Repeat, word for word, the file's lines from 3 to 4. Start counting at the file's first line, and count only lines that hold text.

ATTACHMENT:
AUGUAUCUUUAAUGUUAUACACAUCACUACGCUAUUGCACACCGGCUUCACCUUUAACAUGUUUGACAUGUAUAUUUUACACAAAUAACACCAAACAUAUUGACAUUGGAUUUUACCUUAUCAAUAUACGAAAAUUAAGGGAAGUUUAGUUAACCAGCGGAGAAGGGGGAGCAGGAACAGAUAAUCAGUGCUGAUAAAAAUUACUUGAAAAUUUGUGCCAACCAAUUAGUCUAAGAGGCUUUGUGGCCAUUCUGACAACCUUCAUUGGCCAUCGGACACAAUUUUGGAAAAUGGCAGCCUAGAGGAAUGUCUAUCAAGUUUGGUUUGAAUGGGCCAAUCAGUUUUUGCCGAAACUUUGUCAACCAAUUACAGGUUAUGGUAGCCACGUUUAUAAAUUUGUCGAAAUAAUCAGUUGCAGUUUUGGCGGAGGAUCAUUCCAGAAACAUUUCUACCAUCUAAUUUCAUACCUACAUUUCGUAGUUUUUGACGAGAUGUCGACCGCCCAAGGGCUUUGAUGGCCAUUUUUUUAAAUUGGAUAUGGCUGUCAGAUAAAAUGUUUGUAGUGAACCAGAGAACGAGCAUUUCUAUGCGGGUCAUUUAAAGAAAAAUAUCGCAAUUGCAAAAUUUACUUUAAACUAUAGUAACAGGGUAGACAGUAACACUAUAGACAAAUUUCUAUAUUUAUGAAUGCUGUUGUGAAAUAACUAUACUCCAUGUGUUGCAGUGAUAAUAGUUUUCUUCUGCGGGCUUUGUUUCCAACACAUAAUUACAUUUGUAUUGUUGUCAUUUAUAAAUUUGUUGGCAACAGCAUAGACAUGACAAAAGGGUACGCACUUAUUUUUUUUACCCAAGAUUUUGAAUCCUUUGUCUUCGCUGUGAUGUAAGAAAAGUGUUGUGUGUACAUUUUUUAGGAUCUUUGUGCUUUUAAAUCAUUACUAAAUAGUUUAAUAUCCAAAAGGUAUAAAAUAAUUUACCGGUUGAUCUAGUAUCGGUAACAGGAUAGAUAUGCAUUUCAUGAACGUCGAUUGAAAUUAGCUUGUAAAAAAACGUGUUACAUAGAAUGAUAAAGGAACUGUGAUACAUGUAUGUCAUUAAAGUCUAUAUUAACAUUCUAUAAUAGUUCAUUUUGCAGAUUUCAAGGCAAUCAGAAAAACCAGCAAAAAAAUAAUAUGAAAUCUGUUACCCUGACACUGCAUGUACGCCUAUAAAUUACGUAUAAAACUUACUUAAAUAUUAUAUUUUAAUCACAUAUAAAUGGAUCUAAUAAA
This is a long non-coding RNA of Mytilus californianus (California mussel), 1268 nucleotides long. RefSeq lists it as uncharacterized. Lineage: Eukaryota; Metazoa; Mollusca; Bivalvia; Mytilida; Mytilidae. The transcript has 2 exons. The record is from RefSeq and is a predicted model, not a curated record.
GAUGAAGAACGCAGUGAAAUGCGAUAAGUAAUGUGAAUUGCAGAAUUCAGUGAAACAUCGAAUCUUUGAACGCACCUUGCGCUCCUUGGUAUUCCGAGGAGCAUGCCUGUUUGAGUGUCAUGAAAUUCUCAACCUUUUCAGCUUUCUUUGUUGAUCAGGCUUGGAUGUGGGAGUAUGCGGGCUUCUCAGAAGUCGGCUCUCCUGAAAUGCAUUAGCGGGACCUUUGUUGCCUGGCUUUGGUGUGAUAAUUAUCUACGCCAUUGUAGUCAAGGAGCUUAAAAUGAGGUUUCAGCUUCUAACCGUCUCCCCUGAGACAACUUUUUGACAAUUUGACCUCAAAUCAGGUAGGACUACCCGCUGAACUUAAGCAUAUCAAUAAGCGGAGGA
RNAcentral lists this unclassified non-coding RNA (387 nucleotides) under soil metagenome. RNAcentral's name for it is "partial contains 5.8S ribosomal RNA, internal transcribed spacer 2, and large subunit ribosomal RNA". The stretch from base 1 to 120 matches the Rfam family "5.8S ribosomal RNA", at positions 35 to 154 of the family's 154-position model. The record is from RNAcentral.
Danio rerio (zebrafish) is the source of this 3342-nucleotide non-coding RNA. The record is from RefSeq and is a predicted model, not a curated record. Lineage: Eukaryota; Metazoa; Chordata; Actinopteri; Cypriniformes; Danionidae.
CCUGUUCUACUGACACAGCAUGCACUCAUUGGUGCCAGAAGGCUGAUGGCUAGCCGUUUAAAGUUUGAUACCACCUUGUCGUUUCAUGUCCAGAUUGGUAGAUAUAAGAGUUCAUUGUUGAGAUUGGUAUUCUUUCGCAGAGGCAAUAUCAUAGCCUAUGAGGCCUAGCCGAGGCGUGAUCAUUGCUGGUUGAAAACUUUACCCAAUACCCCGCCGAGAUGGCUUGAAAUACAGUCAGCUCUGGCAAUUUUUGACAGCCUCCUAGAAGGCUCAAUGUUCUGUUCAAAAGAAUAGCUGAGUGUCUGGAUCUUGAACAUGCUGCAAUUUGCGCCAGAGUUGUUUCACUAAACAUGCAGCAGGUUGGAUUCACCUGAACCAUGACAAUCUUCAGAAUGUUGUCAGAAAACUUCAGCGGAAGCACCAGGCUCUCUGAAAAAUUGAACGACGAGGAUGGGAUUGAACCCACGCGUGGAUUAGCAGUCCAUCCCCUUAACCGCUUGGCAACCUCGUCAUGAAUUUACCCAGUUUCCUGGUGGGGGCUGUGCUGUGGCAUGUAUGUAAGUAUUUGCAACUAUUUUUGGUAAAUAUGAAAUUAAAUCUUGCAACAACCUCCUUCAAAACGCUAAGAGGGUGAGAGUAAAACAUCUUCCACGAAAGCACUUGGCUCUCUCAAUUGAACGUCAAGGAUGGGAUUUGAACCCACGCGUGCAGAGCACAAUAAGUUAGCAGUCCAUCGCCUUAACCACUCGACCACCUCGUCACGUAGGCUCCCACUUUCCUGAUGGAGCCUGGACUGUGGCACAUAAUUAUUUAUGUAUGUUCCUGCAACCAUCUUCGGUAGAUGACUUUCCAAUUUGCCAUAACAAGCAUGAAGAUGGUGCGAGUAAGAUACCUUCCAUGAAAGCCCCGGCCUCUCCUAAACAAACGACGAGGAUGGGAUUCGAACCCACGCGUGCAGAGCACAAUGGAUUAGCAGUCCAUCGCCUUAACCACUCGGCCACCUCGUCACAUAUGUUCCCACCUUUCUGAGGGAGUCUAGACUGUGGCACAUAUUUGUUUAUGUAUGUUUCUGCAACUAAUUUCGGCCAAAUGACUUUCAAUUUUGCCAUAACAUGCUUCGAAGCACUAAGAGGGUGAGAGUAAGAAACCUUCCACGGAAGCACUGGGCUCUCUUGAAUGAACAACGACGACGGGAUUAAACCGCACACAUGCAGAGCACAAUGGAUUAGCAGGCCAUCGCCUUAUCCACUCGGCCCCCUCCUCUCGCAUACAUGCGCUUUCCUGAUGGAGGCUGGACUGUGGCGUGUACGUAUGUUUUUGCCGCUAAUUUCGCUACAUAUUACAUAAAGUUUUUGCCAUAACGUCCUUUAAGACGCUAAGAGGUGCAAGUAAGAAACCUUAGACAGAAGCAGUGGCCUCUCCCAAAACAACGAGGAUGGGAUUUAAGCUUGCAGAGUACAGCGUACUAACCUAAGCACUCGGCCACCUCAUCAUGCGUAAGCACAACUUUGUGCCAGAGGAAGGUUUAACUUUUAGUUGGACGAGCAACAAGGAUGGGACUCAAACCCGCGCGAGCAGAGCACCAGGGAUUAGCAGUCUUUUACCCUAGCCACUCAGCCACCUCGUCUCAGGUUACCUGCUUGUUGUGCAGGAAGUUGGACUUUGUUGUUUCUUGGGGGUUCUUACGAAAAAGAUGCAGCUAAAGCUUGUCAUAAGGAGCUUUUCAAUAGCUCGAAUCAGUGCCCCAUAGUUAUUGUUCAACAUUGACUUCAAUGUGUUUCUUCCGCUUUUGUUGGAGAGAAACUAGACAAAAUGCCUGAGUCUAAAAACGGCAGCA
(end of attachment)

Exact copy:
GAUGAAGAACGCAGUGAAAUGCGAUAAGUAAUGUGAAUUGCAGAAUUCAGUGAAACAUCGAAUCUUUGAACGCACCUUGCGCUCCUUGGUAUUCCGAGGAGCAUGCCUGUUUGAGUGUCAUGAAAUUCUCAACCUUUUCAGCUUUCUUUGUUGAUCAGGCUUGGAUGUGGGAGUAUGCGGGCUUCUCAGAAGUCGGCUCUCCUGAAAUGCAUUAGCGGGACCUUUGUUGCCUGGCUUUGGUGUGAUAAUUAUCUACGCCAUUGUAGUCAAGGAGCUUAAAAUGAGGUUUCAGCUUCUAACCGUCUCCCCUGAGACAACUUUUUGACAAUUUGACCUCAAAUCAGGUAGGACUACCCGCUGAACUUAAGCAUAUCAAUAAGCGGAGGA
RNAcentral lists this unclassified non-coding RNA (387 nucleotides) under soil metagenome. RNAcentral's name for it is "partial contains 5.8S ribosomal RNA, internal transcribed spacer 2, and large subunit ribosomal RNA". The stretch from base 1 to 120 matches the Rfam family "5.8S ribosomal RNA", at positions 35 to 154 of the family's 154-position model. The record is from RNAcentral.